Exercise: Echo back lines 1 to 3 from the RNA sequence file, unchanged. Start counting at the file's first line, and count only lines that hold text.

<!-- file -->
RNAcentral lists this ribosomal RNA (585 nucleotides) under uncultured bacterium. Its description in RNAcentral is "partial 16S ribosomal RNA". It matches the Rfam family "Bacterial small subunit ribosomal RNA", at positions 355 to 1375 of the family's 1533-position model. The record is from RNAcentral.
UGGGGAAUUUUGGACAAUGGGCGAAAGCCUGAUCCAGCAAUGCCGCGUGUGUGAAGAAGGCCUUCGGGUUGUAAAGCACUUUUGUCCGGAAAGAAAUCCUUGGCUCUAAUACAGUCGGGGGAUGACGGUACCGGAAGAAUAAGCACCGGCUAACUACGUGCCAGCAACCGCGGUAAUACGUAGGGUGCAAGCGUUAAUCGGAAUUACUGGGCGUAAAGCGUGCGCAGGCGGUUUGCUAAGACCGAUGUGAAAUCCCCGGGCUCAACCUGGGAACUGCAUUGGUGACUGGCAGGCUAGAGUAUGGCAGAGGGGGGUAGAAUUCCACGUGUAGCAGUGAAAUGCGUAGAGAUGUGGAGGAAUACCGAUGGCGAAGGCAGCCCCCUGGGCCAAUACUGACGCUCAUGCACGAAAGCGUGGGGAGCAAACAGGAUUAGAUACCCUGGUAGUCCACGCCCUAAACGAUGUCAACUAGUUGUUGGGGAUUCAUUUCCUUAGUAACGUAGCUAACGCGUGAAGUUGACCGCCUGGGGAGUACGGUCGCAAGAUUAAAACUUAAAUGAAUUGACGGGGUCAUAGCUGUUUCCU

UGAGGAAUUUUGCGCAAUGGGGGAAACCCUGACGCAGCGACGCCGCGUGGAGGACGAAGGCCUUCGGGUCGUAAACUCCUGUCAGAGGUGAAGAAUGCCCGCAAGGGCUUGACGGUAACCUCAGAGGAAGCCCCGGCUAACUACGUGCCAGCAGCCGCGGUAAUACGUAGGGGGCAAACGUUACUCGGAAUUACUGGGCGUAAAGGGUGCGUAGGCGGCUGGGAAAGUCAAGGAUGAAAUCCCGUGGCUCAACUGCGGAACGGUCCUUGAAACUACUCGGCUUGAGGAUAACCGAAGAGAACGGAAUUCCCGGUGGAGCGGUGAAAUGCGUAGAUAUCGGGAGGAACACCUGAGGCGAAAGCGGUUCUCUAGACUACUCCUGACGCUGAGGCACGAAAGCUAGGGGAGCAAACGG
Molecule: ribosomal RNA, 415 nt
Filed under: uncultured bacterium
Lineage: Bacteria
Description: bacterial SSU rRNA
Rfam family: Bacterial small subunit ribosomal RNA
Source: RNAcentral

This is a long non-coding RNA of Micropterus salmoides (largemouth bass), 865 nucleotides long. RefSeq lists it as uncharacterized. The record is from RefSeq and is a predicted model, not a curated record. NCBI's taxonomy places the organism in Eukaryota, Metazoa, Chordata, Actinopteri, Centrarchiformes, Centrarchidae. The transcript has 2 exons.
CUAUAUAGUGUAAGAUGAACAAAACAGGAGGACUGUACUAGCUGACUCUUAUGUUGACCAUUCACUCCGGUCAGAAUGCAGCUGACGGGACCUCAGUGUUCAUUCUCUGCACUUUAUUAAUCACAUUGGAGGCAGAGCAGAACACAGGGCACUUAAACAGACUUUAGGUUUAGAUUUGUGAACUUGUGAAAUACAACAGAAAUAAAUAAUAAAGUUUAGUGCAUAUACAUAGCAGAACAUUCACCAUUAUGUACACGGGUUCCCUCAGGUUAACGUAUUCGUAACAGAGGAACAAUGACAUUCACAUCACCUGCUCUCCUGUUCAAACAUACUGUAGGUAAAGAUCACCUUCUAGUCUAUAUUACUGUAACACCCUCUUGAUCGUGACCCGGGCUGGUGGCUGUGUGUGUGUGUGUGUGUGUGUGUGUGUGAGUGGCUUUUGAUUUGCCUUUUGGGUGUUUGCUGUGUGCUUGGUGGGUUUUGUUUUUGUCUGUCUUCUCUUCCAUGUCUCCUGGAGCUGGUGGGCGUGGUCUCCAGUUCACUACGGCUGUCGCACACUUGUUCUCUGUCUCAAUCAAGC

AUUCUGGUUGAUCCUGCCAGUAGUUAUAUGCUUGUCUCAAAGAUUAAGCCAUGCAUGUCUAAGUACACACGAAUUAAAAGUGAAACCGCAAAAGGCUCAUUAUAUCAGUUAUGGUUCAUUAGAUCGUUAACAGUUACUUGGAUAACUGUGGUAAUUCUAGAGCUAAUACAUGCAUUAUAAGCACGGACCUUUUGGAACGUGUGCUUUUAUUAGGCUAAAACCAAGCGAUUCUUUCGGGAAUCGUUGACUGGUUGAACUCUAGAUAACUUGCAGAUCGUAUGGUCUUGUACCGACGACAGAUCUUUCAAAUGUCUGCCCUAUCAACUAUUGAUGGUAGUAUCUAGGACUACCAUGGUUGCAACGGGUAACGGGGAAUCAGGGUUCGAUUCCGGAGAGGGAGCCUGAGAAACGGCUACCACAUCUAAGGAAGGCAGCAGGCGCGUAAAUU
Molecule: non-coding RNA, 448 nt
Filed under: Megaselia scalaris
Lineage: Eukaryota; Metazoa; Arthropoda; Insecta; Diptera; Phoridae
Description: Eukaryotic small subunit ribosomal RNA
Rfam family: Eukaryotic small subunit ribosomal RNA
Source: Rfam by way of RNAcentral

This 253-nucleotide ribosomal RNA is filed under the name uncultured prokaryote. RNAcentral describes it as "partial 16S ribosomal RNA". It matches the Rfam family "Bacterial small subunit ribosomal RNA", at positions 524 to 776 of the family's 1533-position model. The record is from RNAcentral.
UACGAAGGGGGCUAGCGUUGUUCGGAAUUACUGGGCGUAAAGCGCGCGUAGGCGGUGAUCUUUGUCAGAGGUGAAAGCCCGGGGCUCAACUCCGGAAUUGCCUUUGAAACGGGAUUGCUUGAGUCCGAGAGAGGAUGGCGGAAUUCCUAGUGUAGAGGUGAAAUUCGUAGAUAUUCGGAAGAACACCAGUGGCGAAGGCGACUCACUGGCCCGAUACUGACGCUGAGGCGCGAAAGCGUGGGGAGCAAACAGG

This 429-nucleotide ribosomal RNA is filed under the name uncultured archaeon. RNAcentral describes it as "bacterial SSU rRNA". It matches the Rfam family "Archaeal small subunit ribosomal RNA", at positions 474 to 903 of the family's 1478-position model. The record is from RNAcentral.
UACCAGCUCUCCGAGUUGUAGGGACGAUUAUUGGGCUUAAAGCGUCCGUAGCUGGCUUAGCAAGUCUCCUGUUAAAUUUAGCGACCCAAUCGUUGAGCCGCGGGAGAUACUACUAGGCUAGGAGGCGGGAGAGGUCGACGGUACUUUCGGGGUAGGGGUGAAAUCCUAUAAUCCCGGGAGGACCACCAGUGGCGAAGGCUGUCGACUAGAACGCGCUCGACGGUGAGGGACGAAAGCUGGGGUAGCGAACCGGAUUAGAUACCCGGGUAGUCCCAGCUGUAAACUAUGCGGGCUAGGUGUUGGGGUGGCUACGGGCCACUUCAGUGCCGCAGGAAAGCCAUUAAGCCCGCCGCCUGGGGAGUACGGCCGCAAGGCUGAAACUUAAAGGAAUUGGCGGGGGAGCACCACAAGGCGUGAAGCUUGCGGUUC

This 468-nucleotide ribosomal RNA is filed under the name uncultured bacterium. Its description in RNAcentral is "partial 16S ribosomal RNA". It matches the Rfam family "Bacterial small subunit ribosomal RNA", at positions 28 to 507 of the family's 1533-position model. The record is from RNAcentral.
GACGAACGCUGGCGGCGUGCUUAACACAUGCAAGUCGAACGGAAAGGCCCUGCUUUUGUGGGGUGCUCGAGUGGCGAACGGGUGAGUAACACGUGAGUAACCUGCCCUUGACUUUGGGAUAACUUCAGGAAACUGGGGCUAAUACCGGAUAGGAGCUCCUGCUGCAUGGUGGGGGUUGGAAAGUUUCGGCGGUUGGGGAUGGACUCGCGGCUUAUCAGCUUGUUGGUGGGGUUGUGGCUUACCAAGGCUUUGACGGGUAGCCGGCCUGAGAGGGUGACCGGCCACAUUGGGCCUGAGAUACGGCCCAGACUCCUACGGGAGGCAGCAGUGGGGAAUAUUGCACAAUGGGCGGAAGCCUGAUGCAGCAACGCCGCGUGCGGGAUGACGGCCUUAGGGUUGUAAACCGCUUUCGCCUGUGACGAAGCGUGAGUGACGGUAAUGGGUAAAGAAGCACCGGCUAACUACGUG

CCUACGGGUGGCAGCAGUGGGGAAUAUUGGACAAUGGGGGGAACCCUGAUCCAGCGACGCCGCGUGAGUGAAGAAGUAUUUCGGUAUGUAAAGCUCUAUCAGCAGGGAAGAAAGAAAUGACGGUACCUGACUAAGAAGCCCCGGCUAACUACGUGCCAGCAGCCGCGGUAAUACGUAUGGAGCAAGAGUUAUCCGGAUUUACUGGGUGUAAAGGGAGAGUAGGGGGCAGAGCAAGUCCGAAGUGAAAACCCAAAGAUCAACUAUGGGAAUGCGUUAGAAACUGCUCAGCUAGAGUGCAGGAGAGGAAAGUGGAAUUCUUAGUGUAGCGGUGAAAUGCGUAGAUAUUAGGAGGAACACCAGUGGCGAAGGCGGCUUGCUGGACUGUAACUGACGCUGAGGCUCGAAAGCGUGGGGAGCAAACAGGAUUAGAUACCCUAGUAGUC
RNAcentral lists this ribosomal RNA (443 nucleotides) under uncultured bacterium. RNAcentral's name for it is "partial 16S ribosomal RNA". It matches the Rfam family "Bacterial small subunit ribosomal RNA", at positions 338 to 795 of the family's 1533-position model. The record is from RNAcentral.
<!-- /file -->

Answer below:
RNAcentral lists this ribosomal RNA (585 nucleotides) under uncultured bacterium. Its description in RNAcentral is "partial 16S ribosomal RNA". It matches the Rfam family "Bacterial small subunit ribosomal RNA", at positions 355 to 1375 of the family's 1533-position model. The record is from RNAcentral.
UGGGGAAUUUUGGACAAUGGGCGAAAGCCUGAUCCAGCAAUGCCGCGUGUGUGAAGAAGGCCUUCGGGUUGUAAAGCACUUUUGUCCGGAAAGAAAUCCUUGGCUCUAAUACAGUCGGGGGAUGACGGUACCGGAAGAAUAAGCACCGGCUAACUACGUGCCAGCAACCGCGGUAAUACGUAGGGUGCAAGCGUUAAUCGGAAUUACUGGGCGUAAAGCGUGCGCAGGCGGUUUGCUAAGACCGAUGUGAAAUCCCCGGGCUCAACCUGGGAACUGCAUUGGUGACUGGCAGGCUAGAGUAUGGCAGAGGGGGGUAGAAUUCCACGUGUAGCAGUGAAAUGCGUAGAGAUGUGGAGGAAUACCGAUGGCGAAGGCAGCCCCCUGGGCCAAUACUGACGCUCAUGCACGAAAGCGUGGGGAGCAAACAGGAUUAGAUACCCUGGUAGUCCACGCCCUAAACGAUGUCAACUAGUUGUUGGGGAUUCAUUUCCUUAGUAACGUAGCUAACGCGUGAAGUUGACCGCCUGGGGAGUACGGUCGCAAGAUUAAAACUUAAAUGAAUUGACGGGGUCAUAGCUGUUUCCU

UGAGGAAUUUUGCGCAAUGGGGGAAACCCUGACGCAGCGACGCCGCGUGGAGGACGAAGGCCUUCGGGUCGUAAACUCCUGUCAGAGGUGAAGAAUGCCCGCAAGGGCUUGACGGUAACCUCAGAGGAAGCCCCGGCUAACUACGUGCCAGCAGCCGCGGUAAUACGUAGGGGGCAAACGUUACUCGGAAUUACUGGGCGUAAAGGGUGCGUAGGCGGCUGGGAAAGUCAAGGAUGAAAUCCCGUGGCUCAACUGCGGAACGGUCCUUGAAACUACUCGGCUUGAGGAUAACCGAAGAGAACGGAAUUCCCGGUGGAGCGGUGAAAUGCGUAGAUAUCGGGAGGAACACCUGAGGCGAAAGCGGUUCUCUAGACUACUCCUGACGCUGAGGCACGAAAGCUAGGGGAGCAAACGG